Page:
James M. Cain had a long and distinguished literary career (died 1977), but I never got around to reading anything but The Postman Always Rings Twice. In fact, I’m not sure I ever really read it, or just knew the title and saw a movie or something. I picked up The Root of His Evil out of curiosity and discovered once again that noir is nothing new.
Carrie Selden is known in the press as “The Modern Cinderella” because of her rise from rags to riches. Indeed, she’s writing her story from the deck of a sloop anchored in the Caribbean. She wants, she says, to “correct false impressions.”
What she’s doing on that sloop and what those “false impressions” are consume the narrative. She’s pretty and ambitious, looking for ways to rise from her waitress job in NYC to something better. Opportunities come in the form of a dynamic union organizer, who hankers for romance, and a rich guy who’s the opposite of dynamic–all thumbs and elbows. Carrie doesn’t know he’s rich, but still sees possibilities.
No author has written a more reliable narrator, one who understands her own ruthlessness and makes no excuses. Carrie has a lust for money, which sees as a path to power and security. Furthermore, she hates being imprisoned in her class. Nothing wrong with any of that, except she never makes her quest romantic or noble. She’s bare knuckles and cold-blooded. Occasionally she regrets the harm she brings to her victims, but not enough to sway her from her relentless quest for control.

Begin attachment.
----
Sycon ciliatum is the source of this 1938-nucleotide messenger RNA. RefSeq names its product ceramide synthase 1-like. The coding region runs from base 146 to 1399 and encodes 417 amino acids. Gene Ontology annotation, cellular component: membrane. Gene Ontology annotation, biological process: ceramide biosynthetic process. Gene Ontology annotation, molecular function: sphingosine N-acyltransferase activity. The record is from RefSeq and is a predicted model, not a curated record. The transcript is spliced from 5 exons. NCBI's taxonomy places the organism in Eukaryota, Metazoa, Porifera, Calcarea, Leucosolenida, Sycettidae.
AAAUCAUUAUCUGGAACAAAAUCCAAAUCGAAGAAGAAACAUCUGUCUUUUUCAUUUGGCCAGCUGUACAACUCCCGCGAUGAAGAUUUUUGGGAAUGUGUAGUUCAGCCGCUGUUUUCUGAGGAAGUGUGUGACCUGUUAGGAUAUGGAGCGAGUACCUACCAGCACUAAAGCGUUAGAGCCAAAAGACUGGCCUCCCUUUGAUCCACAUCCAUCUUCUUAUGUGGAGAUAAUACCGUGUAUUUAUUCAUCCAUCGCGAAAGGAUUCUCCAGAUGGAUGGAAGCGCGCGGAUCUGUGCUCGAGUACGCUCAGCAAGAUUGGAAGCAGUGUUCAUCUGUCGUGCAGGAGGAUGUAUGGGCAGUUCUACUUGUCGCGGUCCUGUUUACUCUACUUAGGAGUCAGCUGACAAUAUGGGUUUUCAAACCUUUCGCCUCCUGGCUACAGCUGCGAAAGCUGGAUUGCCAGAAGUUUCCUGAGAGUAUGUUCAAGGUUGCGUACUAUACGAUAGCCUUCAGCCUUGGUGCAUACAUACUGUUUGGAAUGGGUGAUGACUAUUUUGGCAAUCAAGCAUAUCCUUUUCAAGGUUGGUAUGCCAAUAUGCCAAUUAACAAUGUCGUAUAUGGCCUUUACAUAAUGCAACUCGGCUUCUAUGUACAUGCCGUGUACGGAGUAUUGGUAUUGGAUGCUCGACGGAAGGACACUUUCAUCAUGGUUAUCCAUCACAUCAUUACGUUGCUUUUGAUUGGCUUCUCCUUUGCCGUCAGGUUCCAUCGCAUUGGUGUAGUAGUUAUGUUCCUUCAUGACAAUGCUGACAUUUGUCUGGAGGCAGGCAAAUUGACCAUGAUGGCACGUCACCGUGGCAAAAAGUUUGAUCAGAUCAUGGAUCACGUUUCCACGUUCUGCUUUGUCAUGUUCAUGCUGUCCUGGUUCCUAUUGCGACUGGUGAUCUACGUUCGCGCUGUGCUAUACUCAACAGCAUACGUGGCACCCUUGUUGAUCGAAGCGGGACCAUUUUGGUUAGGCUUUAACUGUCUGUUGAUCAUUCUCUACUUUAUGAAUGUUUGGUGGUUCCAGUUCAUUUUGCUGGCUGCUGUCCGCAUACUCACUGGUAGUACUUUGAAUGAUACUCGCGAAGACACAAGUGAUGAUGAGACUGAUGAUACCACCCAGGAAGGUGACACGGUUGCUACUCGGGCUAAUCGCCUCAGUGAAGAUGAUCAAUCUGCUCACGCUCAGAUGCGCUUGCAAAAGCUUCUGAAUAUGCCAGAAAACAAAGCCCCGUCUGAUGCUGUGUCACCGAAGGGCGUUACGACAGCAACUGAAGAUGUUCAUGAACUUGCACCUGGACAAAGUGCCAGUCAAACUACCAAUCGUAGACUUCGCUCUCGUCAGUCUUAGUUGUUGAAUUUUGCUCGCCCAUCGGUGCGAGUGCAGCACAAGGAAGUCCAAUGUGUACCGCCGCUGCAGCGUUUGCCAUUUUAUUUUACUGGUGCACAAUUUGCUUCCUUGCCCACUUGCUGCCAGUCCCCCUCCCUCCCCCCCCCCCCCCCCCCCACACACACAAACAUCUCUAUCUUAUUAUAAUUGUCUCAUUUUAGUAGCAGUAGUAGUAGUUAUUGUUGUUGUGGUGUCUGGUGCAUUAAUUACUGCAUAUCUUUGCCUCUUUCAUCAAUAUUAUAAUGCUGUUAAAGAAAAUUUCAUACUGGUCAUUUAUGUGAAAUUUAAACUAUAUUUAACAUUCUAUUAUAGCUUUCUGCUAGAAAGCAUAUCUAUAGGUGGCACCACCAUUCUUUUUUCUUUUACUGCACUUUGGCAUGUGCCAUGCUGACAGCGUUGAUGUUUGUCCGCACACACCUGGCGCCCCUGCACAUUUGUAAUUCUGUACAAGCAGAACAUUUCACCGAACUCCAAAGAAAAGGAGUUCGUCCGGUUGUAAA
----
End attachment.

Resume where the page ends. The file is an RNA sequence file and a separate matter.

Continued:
At any rate, by the end, I still don’t know what false impressions she was trying to correct. It seems to me she probably confirmed whatever negative public reputation she had before she started writing. There’s a crucial scene at the end where the rich guy does something completely out of character and, to my mind, not justified by the writing. This may be a moment of unreliability for Carrie. Whatever the case, if you meet this particular Cinderella, I’d advise staying out of the way. She’s as soon run you over in her coach as look at you.